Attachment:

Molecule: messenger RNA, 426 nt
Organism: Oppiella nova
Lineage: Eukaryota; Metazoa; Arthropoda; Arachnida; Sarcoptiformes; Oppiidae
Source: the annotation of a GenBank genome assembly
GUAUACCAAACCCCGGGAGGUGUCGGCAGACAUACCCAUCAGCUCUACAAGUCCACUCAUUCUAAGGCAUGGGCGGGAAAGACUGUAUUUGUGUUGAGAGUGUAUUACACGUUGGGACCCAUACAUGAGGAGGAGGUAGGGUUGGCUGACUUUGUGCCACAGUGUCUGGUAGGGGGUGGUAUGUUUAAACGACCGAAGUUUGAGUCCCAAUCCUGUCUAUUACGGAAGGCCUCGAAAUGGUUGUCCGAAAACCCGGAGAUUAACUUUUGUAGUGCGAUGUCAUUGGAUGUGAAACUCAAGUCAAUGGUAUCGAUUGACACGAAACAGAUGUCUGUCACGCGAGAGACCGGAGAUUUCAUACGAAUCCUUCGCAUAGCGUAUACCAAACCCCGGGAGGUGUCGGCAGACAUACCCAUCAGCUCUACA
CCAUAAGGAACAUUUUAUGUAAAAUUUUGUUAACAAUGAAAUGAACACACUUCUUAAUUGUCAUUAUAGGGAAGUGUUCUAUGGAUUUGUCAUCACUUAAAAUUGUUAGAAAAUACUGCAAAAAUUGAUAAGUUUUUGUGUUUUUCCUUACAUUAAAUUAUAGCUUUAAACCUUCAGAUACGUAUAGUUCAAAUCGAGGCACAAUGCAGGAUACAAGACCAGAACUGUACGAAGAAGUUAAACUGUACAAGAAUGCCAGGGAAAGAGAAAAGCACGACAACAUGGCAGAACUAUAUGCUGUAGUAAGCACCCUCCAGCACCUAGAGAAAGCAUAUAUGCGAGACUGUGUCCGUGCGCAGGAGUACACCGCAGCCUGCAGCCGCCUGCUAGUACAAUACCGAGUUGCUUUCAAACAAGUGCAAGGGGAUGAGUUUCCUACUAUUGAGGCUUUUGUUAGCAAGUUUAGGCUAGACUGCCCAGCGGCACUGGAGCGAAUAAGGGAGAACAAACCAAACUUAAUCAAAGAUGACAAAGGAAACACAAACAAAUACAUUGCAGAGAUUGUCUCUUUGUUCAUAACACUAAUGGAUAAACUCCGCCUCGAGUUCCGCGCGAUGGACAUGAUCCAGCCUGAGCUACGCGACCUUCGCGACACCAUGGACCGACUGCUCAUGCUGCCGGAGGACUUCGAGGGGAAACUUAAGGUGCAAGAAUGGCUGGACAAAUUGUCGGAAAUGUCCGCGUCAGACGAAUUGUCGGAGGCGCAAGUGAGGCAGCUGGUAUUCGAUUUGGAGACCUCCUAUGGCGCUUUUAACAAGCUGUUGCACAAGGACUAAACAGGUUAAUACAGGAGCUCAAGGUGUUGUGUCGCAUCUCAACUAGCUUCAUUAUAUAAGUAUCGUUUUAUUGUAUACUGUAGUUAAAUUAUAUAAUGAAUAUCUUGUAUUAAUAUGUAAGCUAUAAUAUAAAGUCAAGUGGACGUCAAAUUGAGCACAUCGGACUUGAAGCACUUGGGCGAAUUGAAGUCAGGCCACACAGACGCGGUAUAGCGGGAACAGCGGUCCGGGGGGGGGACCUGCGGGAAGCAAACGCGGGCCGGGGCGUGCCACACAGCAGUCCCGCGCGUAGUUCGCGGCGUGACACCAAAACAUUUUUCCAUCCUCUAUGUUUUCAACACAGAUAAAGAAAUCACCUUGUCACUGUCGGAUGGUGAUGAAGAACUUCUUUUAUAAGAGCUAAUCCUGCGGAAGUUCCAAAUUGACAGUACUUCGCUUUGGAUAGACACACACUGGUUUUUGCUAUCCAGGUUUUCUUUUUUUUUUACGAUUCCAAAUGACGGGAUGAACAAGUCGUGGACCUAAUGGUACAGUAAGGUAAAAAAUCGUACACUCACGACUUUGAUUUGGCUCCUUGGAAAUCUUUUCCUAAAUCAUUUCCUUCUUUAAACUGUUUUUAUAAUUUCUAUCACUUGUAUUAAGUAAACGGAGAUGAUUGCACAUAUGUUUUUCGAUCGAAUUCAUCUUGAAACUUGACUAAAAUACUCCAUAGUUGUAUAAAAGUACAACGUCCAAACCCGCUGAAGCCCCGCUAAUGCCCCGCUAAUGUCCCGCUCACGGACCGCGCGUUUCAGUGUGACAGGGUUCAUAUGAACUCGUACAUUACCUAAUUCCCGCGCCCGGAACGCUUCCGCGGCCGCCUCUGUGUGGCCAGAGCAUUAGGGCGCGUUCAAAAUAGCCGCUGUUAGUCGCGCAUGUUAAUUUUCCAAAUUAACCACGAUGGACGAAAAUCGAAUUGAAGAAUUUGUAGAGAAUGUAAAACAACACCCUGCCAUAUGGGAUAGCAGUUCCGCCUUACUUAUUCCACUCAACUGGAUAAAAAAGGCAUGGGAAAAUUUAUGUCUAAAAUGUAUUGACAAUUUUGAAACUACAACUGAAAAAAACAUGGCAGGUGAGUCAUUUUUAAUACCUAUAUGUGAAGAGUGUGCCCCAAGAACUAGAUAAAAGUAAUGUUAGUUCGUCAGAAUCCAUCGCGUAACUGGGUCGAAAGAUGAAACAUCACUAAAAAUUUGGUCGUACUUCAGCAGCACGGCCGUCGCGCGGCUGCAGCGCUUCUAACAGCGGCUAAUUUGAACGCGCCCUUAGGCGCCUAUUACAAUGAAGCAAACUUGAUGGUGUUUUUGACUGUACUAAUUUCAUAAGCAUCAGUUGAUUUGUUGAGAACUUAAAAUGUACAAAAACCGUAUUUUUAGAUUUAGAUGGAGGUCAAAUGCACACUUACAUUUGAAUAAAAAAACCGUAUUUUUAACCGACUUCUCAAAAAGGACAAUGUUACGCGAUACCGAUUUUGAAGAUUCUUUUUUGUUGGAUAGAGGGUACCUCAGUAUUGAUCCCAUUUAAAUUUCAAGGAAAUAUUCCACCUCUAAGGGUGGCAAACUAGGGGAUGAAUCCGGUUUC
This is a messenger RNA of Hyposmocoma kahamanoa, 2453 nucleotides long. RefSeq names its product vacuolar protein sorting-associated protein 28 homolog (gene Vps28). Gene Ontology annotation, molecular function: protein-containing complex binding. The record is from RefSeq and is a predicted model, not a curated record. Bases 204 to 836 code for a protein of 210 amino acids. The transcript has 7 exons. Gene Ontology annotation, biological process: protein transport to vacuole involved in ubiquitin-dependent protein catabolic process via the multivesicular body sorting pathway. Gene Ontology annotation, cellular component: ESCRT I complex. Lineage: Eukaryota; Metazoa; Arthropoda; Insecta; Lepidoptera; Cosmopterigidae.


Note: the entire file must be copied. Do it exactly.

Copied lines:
Molecule: messenger RNA, 426 nt
Organism: Oppiella nova
Lineage: Eukaryota; Metazoa; Arthropoda; Arachnida; Sarcoptiformes; Oppiidae
Source: the annotation of a GenBank genome assembly
GUAUACCAAACCCCGGGAGGUGUCGGCAGACAUACCCAUCAGCUCUACAAGUCCACUCAUUCUAAGGCAUGGGCGGGAAAGACUGUAUUUGUGUUGAGAGUGUAUUACACGUUGGGACCCAUACAUGAGGAGGAGGUAGGGUUGGCUGACUUUGUGCCACAGUGUCUGGUAGGGGGUGGUAUGUUUAAACGACCGAAGUUUGAGUCCCAAUCCUGUCUAUUACGGAAGGCCUCGAAAUGGUUGUCCGAAAACCCGGAGAUUAACUUUUGUAGUGCGAUGUCAUUGGAUGUGAAACUCAAGUCAAUGGUAUCGAUUGACACGAAACAGAUGUCUGUCACGCGAGAGACCGGAGAUUUCAUACGAAUCCUUCGCAUAGCGUAUACCAAACCCCGGGAGGUGUCGGCAGACAUACCCAUCAGCUCUACA
CCAUAAGGAACAUUUUAUGUAAAAUUUUGUUAACAAUGAAAUGAACACACUUCUUAAUUGUCAUUAUAGGGAAGUGUUCUAUGGAUUUGUCAUCACUUAAAAUUGUUAGAAAAUACUGCAAAAAUUGAUAAGUUUUUGUGUUUUUCCUUACAUUAAAUUAUAGCUUUAAACCUUCAGAUACGUAUAGUUCAAAUCGAGGCACAAUGCAGGAUACAAGACCAGAACUGUACGAAGAAGUUAAACUGUACAAGAAUGCCAGGGAAAGAGAAAAGCACGACAACAUGGCAGAACUAUAUGCUGUAGUAAGCACCCUCCAGCACCUAGAGAAAGCAUAUAUGCGAGACUGUGUCCGUGCGCAGGAGUACACCGCAGCCUGCAGCCGCCUGCUAGUACAAUACCGAGUUGCUUUCAAACAAGUGCAAGGGGAUGAGUUUCCUACUAUUGAGGCUUUUGUUAGCAAGUUUAGGCUAGACUGCCCAGCGGCACUGGAGCGAAUAAGGGAGAACAAACCAAACUUAAUCAAAGAUGACAAAGGAAACACAAACAAAUACAUUGCAGAGAUUGUCUCUUUGUUCAUAACACUAAUGGAUAAACUCCGCCUCGAGUUCCGCGCGAUGGACAUGAUCCAGCCUGAGCUACGCGACCUUCGCGACACCAUGGACCGACUGCUCAUGCUGCCGGAGGACUUCGAGGGGAAACUUAAGGUGCAAGAAUGGCUGGACAAAUUGUCGGAAAUGUCCGCGUCAGACGAAUUGUCGGAGGCGCAAGUGAGGCAGCUGGUAUUCGAUUUGGAGACCUCCUAUGGCGCUUUUAACAAGCUGUUGCACAAGGACUAAACAGGUUAAUACAGGAGCUCAAGGUGUUGUGUCGCAUCUCAACUAGCUUCAUUAUAUAAGUAUCGUUUUAUUGUAUACUGUAGUUAAAUUAUAUAAUGAAUAUCUUGUAUUAAUAUGUAAGCUAUAAUAUAAAGUCAAGUGGACGUCAAAUUGAGCACAUCGGACUUGAAGCACUUGGGCGAAUUGAAGUCAGGCCACACAGACGCGGUAUAGCGGGAACAGCGGUCCGGGGGGGGGACCUGCGGGAAGCAAACGCGGGCCGGGGCGUGCCACACAGCAGUCCCGCGCGUAGUUCGCGGCGUGACACCAAAACAUUUUUCCAUCCUCUAUGUUUUCAACACAGAUAAAGAAAUCACCUUGUCACUGUCGGAUGGUGAUGAAGAACUUCUUUUAUAAGAGCUAAUCCUGCGGAAGUUCCAAAUUGACAGUACUUCGCUUUGGAUAGACACACACUGGUUUUUGCUAUCCAGGUUUUCUUUUUUUUUUACGAUUCCAAAUGACGGGAUGAACAAGUCGUGGACCUAAUGGUACAGUAAGGUAAAAAAUCGUACACUCACGACUUUGAUUUGGCUCCUUGGAAAUCUUUUCCUAAAUCAUUUCCUUCUUUAAACUGUUUUUAUAAUUUCUAUCACUUGUAUUAAGUAAACGGAGAUGAUUGCACAUAUGUUUUUCGAUCGAAUUCAUCUUGAAACUUGACUAAAAUACUCCAUAGUUGUAUAAAAGUACAACGUCCAAACCCGCUGAAGCCCCGCUAAUGCCCCGCUAAUGUCCCGCUCACGGACCGCGCGUUUCAGUGUGACAGGGUUCAUAUGAACUCGUACAUUACCUAAUUCCCGCGCCCGGAACGCUUCCGCGGCCGCCUCUGUGUGGCCAGAGCAUUAGGGCGCGUUCAAAAUAGCCGCUGUUAGUCGCGCAUGUUAAUUUUCCAAAUUAACCACGAUGGACGAAAAUCGAAUUGAAGAAUUUGUAGAGAAUGUAAAACAACACCCUGCCAUAUGGGAUAGCAGUUCCGCCUUACUUAUUCCACUCAACUGGAUAAAAAAGGCAUGGGAAAAUUUAUGUCUAAAAUGUAUUGACAAUUUUGAAACUACAACUGAAAAAAACAUGGCAGGUGAGUCAUUUUUAAUACCUAUAUGUGAAGAGUGUGCCCCAAGAACUAGAUAAAAGUAAUGUUAGUUCGUCAGAAUCCAUCGCGUAACUGGGUCGAAAGAUGAAACAUCACUAAAAAUUUGGUCGUACUUCAGCAGCACGGCCGUCGCGCGGCUGCAGCGCUUCUAACAGCGGCUAAUUUGAACGCGCCCUUAGGCGCCUAUUACAAUGAAGCAAACUUGAUGGUGUUUUUGACUGUACUAAUUUCAUAAGCAUCAGUUGAUUUGUUGAGAACUUAAAAUGUACAAAAACCGUAUUUUUAGAUUUAGAUGGAGGUCAAAUGCACACUUACAUUUGAAUAAAAAAACCGUAUUUUUAACCGACUUCUCAAAAAGGACAAUGUUACGCGAUACCGAUUUUGAAGAUUCUUUUUUGUUGGAUAGAGGGUACCUCAGUAUUGAUCCCAUUUAAAUUUCAAGGAAAUAUUCCACCUCUAAGGGUGGCAAACUAGGGGAUGAAUCCGGUUUC
This is a messenger RNA of Hyposmocoma kahamanoa, 2453 nucleotides long. RefSeq names its product vacuolar protein sorting-associated protein 28 homolog (gene Vps28). Gene Ontology annotation, molecular function: protein-containing complex binding. The record is from RefSeq and is a predicted model, not a curated record. Bases 204 to 836 code for a protein of 210 amino acids. The transcript has 7 exons. Gene Ontology annotation, biological process: protein transport to vacuole involved in ubiquitin-dependent protein catabolic process via the multivesicular body sorting pathway. Gene Ontology annotation, cellular component: ESCRT I complex. Lineage: Eukaryota; Metazoa; Arthropoda; Insecta; Lepidoptera; Cosmopterigidae.